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In front, still the look of an English cottage. In back, two roomy new gabled wings.

House of seven gables? Almost. The existing gables at the front of this 1920s-vintage house in West Los Angeles provided the inspiration for a way to organize an addition at the back. Owners Dorothy and Thomas Hines wanted to add two children's bedrooms and, off the master bedroom, a new porch, without violating the house's English-cottage character.

Santa Monica architect Barton Phelps used the gable forms as a way to separate the children's new wing from the porch. One gable covers the new lattice-browed, southwest-facing porch and extends part of the roof line beyond one end of the master bedroom. In Southern California's benign climate, this screened porch is usable most of the year.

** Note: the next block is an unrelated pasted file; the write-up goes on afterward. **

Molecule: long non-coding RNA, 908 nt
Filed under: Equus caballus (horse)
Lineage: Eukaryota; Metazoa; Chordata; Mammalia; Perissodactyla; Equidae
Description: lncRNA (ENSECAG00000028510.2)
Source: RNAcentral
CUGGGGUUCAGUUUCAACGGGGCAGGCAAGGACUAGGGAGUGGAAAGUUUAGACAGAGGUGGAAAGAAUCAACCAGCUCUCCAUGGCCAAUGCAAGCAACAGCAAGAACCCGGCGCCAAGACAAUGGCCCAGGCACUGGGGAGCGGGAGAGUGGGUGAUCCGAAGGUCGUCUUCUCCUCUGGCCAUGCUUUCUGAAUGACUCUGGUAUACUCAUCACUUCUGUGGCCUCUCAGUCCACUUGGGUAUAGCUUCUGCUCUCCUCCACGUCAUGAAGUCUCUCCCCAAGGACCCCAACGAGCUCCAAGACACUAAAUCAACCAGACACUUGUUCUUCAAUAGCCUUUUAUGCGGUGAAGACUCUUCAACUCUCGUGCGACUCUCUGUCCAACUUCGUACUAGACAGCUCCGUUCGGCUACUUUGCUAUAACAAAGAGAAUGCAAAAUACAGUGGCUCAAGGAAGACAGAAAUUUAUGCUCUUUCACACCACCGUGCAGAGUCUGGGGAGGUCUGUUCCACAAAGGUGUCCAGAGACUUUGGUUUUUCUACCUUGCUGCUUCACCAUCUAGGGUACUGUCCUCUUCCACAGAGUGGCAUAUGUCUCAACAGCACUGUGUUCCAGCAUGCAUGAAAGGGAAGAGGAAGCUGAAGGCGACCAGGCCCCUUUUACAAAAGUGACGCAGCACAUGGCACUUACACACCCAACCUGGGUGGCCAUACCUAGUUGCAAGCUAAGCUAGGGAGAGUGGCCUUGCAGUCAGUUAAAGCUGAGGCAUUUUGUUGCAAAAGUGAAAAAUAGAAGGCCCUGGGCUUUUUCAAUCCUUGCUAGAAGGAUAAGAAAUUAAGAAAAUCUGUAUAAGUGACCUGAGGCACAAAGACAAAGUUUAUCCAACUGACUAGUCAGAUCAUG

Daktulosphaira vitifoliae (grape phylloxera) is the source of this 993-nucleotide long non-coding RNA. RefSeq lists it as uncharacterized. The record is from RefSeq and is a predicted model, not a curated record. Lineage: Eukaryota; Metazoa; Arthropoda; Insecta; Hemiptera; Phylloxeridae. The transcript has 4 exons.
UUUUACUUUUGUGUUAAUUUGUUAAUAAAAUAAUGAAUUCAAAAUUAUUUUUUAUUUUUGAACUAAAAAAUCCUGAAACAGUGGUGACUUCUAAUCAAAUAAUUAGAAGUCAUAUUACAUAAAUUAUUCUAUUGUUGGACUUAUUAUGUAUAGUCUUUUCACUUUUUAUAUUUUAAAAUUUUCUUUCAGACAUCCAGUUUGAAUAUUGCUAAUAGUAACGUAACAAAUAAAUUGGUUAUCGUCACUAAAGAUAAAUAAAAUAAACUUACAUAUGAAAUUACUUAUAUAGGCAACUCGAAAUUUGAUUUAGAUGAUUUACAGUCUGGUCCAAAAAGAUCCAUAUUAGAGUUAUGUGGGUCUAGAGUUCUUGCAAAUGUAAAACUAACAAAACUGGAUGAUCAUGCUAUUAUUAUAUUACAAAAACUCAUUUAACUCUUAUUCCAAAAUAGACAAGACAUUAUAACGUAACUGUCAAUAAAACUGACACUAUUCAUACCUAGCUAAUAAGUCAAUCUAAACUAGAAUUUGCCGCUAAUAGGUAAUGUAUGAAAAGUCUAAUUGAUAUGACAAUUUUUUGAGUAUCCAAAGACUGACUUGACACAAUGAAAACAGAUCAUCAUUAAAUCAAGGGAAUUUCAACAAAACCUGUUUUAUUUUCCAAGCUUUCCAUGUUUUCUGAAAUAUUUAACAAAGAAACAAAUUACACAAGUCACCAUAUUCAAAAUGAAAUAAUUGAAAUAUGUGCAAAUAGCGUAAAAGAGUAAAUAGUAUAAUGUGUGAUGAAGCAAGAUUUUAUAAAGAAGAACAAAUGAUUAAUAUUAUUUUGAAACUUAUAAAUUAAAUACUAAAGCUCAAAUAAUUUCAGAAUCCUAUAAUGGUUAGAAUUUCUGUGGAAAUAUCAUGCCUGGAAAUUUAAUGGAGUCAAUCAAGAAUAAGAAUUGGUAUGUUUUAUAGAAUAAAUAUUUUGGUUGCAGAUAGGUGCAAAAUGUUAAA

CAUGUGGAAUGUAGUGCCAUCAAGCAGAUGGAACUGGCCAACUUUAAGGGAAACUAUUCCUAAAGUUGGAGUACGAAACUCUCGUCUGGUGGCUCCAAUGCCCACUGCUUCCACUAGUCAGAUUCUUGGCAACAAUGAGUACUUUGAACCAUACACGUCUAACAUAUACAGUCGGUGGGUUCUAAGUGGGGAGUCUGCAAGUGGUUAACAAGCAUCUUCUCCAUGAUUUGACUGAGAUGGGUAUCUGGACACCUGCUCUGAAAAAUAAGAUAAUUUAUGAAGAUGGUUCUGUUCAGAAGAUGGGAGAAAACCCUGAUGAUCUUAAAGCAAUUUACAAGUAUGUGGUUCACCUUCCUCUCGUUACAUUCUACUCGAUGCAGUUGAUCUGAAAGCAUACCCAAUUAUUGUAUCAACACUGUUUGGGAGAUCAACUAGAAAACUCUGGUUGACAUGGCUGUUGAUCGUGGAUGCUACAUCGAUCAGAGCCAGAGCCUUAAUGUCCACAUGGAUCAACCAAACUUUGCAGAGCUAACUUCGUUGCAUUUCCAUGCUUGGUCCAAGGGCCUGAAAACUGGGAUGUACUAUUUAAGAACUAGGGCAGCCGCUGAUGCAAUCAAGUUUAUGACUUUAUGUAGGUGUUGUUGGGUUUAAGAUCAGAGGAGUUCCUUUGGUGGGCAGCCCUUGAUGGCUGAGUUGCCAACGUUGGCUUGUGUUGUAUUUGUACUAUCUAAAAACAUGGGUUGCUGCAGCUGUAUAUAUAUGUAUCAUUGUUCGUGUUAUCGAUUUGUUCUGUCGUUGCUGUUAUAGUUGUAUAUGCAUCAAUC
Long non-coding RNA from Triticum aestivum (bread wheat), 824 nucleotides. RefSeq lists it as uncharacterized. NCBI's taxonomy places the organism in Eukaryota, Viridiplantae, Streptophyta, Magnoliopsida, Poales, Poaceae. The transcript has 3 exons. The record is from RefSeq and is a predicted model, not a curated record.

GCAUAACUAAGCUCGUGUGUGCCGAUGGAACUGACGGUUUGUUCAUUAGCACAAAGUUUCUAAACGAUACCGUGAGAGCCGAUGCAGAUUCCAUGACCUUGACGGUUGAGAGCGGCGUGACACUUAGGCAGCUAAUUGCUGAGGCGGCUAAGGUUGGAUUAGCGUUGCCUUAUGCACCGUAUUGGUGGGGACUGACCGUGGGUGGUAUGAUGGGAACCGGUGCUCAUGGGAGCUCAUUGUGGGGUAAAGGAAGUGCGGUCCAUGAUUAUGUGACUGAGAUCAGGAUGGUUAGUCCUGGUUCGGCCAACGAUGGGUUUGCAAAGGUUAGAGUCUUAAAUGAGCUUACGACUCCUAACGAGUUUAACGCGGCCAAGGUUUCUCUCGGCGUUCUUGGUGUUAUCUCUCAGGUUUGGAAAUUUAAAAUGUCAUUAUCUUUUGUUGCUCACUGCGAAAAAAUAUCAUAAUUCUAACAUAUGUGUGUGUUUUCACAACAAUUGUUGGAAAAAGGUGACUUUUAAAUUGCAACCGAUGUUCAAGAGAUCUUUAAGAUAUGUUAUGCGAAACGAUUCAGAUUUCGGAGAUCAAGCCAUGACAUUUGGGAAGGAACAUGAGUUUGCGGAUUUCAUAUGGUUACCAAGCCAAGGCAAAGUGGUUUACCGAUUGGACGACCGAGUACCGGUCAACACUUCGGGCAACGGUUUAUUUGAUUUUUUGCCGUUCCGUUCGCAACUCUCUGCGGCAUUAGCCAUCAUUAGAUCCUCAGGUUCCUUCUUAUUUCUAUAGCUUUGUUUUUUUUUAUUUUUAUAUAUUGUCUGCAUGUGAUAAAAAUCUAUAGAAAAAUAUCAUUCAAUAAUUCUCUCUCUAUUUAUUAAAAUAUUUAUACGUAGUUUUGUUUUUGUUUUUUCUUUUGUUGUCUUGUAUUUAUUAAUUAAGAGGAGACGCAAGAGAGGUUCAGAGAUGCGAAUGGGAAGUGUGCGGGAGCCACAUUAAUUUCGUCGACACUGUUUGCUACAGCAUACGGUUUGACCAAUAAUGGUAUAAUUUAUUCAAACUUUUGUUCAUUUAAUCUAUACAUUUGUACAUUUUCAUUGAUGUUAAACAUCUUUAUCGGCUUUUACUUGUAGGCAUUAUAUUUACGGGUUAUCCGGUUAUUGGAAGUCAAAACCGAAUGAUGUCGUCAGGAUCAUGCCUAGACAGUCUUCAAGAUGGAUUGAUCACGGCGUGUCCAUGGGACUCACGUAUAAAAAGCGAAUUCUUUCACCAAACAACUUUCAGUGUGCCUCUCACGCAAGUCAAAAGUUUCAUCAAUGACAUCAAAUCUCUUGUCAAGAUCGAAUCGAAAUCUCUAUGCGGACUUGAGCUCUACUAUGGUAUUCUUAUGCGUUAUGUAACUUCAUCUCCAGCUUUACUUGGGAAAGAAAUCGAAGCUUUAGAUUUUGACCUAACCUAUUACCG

The other gable caps the new bedroom wing. Stacking the bedrooms to form a two-story tower and turning them 45 [deg.] allowed Phelps to preserve most of the back garden. The angle increase the impression that this is a separate structure, giving the children the feeling of being off in their own little cottage.

Inside are two differently shaped rooms for two independent personalities: octagonal below for the boy, rectangular above for the girl. The corners of the upper bedroom cantilever 2 feet over the lower room. The tower's windows face away from the porch, preserving privacy for both children and parents. Phelps remodeled the children's former tiny rooms into one open study, which doubles as the entrance to the tower.

Between the two new gables lies a small outdoor landing with steps angling down to the garden.
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Publication:Sunset
Date:Nov 1, 1984
Words:252
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